• call centre services
  • internet access services
  • multi-party voice and video communication services

The 50 per cent foreign equity restriction is now removed for online data exchange and transaction processing (i.e. operational e-commerce), although the foreign investor is still subject to a maximum of 55 per cent foreign ownership. However, this relaxation means that international investors can hold a majority equity interest in the local company and will be able to exercise better control over the business operations of its local subsidiary.

Crucially, all telecom business enterprises that register and base their service facilities in the CSPFTZ will be allowed to offer their services (excluding internet access services) nationwide.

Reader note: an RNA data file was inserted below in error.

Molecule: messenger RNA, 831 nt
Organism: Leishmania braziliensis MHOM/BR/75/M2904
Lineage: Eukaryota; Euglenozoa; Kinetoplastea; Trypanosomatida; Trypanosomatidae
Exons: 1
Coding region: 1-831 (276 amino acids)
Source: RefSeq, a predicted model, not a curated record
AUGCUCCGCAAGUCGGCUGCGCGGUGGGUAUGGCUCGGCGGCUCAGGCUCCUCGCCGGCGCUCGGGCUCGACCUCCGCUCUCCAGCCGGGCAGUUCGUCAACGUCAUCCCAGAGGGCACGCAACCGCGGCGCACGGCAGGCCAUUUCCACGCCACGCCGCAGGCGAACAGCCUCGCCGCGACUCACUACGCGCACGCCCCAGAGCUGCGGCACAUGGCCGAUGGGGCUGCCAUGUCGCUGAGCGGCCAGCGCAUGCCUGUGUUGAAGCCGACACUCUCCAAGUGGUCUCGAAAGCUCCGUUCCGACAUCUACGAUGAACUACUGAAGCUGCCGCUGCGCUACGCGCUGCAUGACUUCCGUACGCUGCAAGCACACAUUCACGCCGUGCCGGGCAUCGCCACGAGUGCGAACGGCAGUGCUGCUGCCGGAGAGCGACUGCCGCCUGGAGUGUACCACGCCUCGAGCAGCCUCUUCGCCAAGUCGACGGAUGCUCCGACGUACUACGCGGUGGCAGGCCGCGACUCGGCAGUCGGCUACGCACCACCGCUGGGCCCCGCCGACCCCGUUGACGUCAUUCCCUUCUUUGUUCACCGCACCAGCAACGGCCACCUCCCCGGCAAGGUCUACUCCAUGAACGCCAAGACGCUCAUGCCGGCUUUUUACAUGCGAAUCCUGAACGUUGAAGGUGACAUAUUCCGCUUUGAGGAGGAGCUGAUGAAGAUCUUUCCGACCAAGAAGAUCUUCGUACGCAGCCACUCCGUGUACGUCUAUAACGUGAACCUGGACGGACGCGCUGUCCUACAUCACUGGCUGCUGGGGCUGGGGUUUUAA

Streamlining the approval process

A new simplified registration and processing system for company incorporation has been adopted in the CSPFTZ and this will apply to foreign-invested telecoms companies established there. Foreign investors used to be required to go through a time-consuming review process, which involved obtaining approvals and permits from several different governmental agencies. The Opinions provide that new implementing rules will be issued with a view to simplifying the approval process. From our consultation with the MIIT, it appears that the final draft of the new implementing rules will be issued soon. After the new implementing rules are adopted, the timeline required for incorporation of foreign-invested telecoms enterprises in the CSPFTZ will be greatly shortened.

Practical implications

With opening up of new telecoms sectors to international investors and the relaxation of foreign capital requirements under the Opinions, international companies are expected to take proper actions to strategise and structure their business operations in China. The breadth of access given to companies registered in the CSPFTZ to sell to the greater China market will be a considerable pull factor for many international companies which previously held back from participating in the pilot scheme.